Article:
Thoughtful facility selection and design supports population health strategies—and the bottom line.
U.S. healthcare spending is seemingly on a never-ending rise. The United States spent 17.8 percent of its GDP on healthcare in 2016, compared to an average of 11.5 percent for 11 high-income countries assessed in a recent article “Health Care Spending in the United States and Other High-Income Countries,” published in JAMA. And, the United States spent $9,403 per capita, which is nearly double what other countries spent.
The growing demand for lower-cost care alongside optimal patient outcomes is prompting industry leaders to consider more modern, convenient, and intelligent locations. And as they do, some are finding that new real estate strategies can help them stay ahead through fast-evolving industry trends, from the shift toward population health management and increasing costs per patient to rampant mergers and acquisitions (M&A) and the emergence of the mega-sized, nontraditional health system.
Real Estate Strategies Offer Cost Savings
With the needs of a growing elderly population looming, the nation’s healthcare providers face ever-mounting pressures to expand quality of care services while containing costs. As costs per patient continue to rise and operating margins tighten, the pressure to reduce costs while improving outcomes has reached a fever pitch.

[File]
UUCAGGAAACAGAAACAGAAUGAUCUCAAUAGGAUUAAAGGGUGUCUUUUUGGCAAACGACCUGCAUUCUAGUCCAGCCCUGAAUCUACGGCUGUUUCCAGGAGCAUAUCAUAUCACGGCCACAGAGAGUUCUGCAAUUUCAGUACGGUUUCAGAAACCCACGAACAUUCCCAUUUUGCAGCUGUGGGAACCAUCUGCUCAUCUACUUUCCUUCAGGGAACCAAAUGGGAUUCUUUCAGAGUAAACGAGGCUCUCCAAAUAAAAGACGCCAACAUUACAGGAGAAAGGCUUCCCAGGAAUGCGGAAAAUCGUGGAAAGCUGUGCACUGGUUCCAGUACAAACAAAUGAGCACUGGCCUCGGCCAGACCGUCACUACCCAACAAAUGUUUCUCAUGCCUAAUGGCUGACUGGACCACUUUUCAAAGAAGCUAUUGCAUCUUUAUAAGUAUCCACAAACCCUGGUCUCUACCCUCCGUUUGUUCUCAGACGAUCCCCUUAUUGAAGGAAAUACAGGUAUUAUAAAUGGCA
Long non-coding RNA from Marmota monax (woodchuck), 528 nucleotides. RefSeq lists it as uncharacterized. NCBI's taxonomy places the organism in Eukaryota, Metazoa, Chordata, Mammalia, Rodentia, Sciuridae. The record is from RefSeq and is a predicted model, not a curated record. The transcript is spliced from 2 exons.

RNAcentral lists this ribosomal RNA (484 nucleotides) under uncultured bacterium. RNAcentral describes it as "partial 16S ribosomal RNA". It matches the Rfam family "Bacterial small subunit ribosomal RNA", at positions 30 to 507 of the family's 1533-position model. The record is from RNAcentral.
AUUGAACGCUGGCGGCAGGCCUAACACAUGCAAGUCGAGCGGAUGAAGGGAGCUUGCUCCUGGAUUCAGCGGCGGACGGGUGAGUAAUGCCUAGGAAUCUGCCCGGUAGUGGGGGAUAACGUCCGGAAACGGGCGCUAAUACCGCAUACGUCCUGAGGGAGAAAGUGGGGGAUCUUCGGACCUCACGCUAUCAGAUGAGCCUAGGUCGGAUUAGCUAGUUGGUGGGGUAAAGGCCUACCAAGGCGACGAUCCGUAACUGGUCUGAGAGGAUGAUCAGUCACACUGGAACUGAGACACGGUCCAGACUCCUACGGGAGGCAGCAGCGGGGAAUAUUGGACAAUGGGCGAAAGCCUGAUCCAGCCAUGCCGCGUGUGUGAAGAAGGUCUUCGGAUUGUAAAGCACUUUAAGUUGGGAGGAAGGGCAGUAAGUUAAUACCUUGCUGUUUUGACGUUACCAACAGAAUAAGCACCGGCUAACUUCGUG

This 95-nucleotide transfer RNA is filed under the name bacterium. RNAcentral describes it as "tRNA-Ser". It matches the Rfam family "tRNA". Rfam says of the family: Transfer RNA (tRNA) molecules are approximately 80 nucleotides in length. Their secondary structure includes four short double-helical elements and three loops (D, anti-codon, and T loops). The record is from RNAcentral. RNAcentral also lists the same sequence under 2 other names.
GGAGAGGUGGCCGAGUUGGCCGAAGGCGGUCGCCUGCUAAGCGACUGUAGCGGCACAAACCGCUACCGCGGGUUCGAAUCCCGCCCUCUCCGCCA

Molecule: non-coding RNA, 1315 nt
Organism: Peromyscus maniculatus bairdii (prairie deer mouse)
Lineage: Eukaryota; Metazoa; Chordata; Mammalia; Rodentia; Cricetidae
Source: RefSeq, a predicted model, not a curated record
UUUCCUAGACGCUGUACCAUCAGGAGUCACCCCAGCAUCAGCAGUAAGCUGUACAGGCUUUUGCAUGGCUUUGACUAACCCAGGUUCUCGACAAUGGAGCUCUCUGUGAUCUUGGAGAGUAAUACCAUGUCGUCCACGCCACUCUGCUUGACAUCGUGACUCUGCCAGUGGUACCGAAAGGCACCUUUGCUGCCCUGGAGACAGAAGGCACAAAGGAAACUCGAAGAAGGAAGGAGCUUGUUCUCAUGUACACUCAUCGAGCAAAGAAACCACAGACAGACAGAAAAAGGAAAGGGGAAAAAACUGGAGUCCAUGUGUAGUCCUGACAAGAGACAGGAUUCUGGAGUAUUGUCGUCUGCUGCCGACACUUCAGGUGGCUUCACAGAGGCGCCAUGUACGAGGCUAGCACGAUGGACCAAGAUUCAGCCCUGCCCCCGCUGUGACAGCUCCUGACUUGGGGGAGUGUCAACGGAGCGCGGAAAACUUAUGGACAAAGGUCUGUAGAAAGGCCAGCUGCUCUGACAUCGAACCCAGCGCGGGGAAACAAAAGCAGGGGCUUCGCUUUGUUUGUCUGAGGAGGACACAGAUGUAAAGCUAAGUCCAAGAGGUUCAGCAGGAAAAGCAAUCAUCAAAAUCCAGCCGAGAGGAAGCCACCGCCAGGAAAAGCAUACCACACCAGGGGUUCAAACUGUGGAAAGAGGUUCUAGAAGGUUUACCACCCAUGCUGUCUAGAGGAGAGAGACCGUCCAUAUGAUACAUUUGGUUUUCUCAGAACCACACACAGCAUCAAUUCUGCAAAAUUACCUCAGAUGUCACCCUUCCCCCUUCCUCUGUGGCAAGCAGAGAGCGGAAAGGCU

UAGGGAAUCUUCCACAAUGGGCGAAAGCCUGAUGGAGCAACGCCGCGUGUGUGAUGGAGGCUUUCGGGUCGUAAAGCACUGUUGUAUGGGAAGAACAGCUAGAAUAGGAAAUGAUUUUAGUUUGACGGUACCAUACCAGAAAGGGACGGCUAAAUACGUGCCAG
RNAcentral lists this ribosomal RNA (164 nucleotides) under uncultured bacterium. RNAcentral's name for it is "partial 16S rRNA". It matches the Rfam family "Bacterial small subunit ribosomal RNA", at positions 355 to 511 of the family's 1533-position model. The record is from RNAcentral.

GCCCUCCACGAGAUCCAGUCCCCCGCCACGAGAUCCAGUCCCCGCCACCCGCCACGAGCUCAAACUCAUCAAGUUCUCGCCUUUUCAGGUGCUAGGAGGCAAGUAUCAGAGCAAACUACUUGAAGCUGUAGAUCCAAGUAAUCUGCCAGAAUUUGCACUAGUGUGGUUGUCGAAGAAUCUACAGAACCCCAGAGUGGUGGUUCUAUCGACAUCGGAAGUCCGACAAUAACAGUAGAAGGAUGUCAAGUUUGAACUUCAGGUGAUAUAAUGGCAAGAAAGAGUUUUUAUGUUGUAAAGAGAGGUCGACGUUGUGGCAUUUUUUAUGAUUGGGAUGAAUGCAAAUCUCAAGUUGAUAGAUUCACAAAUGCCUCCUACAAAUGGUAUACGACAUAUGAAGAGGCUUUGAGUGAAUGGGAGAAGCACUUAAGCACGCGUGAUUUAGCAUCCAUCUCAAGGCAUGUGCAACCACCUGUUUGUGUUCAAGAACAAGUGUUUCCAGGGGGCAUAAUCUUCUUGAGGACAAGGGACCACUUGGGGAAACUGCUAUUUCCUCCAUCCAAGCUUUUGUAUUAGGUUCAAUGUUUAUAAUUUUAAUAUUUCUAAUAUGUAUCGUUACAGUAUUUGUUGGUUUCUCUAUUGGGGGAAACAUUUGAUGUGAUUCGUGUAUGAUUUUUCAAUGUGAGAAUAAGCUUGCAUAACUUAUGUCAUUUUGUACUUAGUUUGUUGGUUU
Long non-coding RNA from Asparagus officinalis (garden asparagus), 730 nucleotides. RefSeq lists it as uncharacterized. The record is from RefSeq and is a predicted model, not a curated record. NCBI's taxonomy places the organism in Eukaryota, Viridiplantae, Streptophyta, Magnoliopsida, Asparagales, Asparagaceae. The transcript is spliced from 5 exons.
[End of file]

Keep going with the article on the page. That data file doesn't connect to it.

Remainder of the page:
Some things remain unknown, such as the future of the Affordable Care Act (ACA). What we do know is that the transition to value-based care is certainly well underway, regardless of debate over public policy.
By perfecting the “puzzle” of care settings and reaching more patients, more effectively, health systems can make invaluable headway in their critical goals of reducing fixed and operating costs. The sooner leaders can identify cost containment strategies the better, because costs continue to rise, margins are falling, and uninsured populations are increasing.
Projections for Operating Cash Flow
Real estate strategies offer compelling ways to realize meaningful cost savings and operational efficiencies. Following are four ways hospitals and health systems can stay ahead of the curve:
Leverage the M&A boom to improve facilities performance and value. Industry consolidation is on pace to continue throughout 2018. In fact, while 2017 seemed to be the year of hospital M&A, JLL analysis points to an even higher volume of M&As this year as healthcare leaders ready themselves for value-based payment and the convergence of healthcare providers and retailers.